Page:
How Do Hearing Loops Work?

How Do Hearing Loops Work?

In Assistive Listening Devices, hearing aids by Laurie Duffy, M.S.

Have you been recently diagnosed with hearing loss? Most people wait seven to ten years to deal with a hearing loss – but now that you have a diagnosis you can finally act! The most common treatment for hearing loss is hearing aids, however, this can be an overwhelming decision for many. With so many styles and features available in modern hearing aids, it can be difficult to choose which one will be right for you and your lifestyle. 

Fortunately, that’s where we come from. Besides being able to help test your hearing, we can help you navigate all the options. Today’s hearing aids offer tinnitus masking, Bluetooth connectivity, water resistance, and even help you hear better in noise. We are here to explore your options and can give you feedback based on what we know about your lifestyle and degree of hearing loss. Let us focus now on a popular feature known as hearing loops to find out more and see if they are right for you.

What Are Hearing Loops?

Commonly also known as telecoil loops or induction loops, hearing loops are designed to transmit audio from public loudspeakers and amplified sound directly to your hearing aids. They are comprised of a few basic components. These include a microphone that collects sound which is then sent through a copper wire which is installed around a public room. The sound is then amplified by way of the wire creating an electromagnetic field that reflects the frequencies of the original sound. If you are wearing a hearing aid equipped with T-coil or hearing loop all you must do is switch on this feature manually to pick up the amplified sounds of the telecoil and receive them clearly in your ear canal.

Where Can I Find Hearing Loops?

Hearing loops are commonly becoming the standard for accessibility and accommodation throughout the US, popular in churches, auditoriums, public transit stations, or any place where public statements or performances regularly occur. While hearing aids can help you hear in public settings it can be confusing with multiple conversations occurring at once and ambient noise bouncing off the walls. However, induction loops allow a hearing aid user to send the sound they want to hear, directly to their ear, eliminating interruptions and distractions which commonly make it less appealing for hearing aid users to engage in public spaces.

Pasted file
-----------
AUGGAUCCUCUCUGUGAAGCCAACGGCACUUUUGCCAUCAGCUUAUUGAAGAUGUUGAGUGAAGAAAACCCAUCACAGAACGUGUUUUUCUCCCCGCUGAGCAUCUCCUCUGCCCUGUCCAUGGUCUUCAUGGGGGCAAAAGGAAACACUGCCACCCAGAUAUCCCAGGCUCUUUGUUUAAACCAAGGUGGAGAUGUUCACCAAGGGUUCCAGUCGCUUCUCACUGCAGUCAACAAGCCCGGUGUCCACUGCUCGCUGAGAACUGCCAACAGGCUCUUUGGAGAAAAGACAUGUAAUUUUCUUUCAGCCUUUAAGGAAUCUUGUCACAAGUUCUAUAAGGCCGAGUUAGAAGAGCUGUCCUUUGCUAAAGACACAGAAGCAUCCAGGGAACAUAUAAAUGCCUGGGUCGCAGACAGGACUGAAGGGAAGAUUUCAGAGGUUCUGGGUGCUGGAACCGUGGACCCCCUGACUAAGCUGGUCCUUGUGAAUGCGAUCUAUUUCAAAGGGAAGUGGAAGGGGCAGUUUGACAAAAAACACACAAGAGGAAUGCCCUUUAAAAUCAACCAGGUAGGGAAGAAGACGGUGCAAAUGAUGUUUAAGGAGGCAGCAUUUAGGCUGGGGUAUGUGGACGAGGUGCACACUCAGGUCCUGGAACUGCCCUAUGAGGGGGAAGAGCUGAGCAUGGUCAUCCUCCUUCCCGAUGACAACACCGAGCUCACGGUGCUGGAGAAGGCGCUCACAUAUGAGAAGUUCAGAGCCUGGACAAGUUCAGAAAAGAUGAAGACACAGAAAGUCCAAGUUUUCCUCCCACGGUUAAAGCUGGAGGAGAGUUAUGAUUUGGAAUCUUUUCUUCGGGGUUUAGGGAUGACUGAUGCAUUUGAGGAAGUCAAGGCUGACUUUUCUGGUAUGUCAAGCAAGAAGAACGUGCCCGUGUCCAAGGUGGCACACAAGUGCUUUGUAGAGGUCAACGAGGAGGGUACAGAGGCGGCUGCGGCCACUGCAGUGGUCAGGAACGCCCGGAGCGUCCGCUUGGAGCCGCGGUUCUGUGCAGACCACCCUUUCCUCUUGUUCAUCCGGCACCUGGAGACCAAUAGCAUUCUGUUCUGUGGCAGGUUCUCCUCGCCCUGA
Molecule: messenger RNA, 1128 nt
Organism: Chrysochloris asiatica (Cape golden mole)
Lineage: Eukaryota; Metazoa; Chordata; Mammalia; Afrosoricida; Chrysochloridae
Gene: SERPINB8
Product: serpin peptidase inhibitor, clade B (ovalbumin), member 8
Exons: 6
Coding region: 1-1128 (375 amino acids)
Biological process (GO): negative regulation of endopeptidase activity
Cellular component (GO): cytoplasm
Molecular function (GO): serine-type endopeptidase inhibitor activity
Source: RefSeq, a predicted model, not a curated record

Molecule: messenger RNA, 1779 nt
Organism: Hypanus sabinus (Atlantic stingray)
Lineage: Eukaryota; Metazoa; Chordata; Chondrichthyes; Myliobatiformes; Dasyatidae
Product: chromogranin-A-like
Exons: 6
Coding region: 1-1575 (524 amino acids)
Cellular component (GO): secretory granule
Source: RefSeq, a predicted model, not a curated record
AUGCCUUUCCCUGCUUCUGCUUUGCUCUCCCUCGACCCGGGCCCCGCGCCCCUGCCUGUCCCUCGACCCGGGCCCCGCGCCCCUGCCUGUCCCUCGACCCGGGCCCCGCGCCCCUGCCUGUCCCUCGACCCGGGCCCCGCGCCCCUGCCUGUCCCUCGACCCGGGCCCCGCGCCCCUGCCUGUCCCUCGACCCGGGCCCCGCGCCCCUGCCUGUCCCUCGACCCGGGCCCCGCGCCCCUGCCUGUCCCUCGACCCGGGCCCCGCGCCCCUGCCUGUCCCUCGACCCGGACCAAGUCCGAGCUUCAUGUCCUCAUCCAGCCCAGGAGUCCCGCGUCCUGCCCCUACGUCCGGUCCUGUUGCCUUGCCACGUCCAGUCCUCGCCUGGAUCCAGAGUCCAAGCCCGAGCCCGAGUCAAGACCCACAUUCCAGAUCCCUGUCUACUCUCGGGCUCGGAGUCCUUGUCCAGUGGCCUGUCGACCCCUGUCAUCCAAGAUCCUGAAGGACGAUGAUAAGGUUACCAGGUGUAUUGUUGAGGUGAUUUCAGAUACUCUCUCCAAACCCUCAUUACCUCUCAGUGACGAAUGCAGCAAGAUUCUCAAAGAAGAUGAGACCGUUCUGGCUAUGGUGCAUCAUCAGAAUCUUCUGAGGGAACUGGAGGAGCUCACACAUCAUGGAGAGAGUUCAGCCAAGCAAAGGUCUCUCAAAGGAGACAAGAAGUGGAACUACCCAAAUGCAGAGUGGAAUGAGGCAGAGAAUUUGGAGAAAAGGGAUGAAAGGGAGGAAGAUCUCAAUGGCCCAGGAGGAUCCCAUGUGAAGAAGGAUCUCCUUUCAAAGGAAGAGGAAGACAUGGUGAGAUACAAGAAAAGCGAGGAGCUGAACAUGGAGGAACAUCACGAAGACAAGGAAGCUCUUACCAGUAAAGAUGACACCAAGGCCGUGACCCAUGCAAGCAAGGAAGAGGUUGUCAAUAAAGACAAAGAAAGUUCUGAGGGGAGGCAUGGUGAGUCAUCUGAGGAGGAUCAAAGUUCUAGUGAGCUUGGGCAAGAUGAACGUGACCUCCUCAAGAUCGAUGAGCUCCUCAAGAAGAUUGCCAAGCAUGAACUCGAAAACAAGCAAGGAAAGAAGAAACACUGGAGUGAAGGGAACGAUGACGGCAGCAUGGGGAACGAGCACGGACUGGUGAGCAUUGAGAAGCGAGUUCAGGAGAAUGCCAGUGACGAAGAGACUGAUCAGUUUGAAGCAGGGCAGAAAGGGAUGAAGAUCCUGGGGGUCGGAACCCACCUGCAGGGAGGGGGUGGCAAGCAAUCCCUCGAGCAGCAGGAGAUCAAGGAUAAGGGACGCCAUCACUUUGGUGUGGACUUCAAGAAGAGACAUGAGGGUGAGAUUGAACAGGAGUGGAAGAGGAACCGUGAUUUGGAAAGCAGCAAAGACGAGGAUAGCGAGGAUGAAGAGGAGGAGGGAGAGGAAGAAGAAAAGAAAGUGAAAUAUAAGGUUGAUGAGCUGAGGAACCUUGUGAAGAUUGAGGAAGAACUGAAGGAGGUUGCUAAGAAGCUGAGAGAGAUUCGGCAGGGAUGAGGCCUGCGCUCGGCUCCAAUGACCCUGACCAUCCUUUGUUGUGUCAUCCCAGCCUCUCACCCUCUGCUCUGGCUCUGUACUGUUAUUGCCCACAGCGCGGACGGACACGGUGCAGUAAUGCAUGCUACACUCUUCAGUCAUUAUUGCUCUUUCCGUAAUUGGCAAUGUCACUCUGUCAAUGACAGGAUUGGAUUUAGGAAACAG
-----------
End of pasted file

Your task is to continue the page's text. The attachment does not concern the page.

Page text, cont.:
Magnetic Induction

Magnetic induction is a complex concept, which occurs when a magnetic field and an electric conductor move relative to one another, causing the conductor to cross lines with the force of the magnetic field. In this case, the electronic conductor is the copper wire which is installed around the perimeter of a public space which the electrical current travels through. The greater the current, the greater the magnetic field. Magnetic fields emanate outward at a 90-degree angle from the electrical current, so in the case of a hearing loop, the magnetic field fills the room allowing anyone in the space with hearing loop-equipped hearing aids to receive its signal.

Benefits of Hearing Loops

Magnetic induction loops offer several advantages for enhancing hearing. For instance, a magnetic field is not interrupted or distorted by objects blocking its way creating a clear signal throughout a space no matter the architecture. They can also be of variable sizes making them an easy standard in a diverse selection of environments. For instance, small loops can be used at bank teller windows, offering privacy, while large loop systems may encompass an entire train station. You don’t need to use the hearing loop if you don’t want to but it definitely can make it easier to hear speakers at a conference, your favorite performer at a concert venue, or announcements in a public transit station. Enjoy increased access and autonomy as a hearing aid user in noisy environments as hearing loops can make complex soundscapes more focused and easier to navigate. 

How To Find Hearing Loops

If you are interested in using your telecoil look for the telecoil symbol posted in the building. A lot of times you can look up induction loop availability online. It continues to become common throughout the country to increase accessibility. If you frequently enjoy going to public places where amplification is used, then hearing loops may be the right choice for you. To find out more about hearing loops and many other features available in hearing aids today, contact us for a consultation now.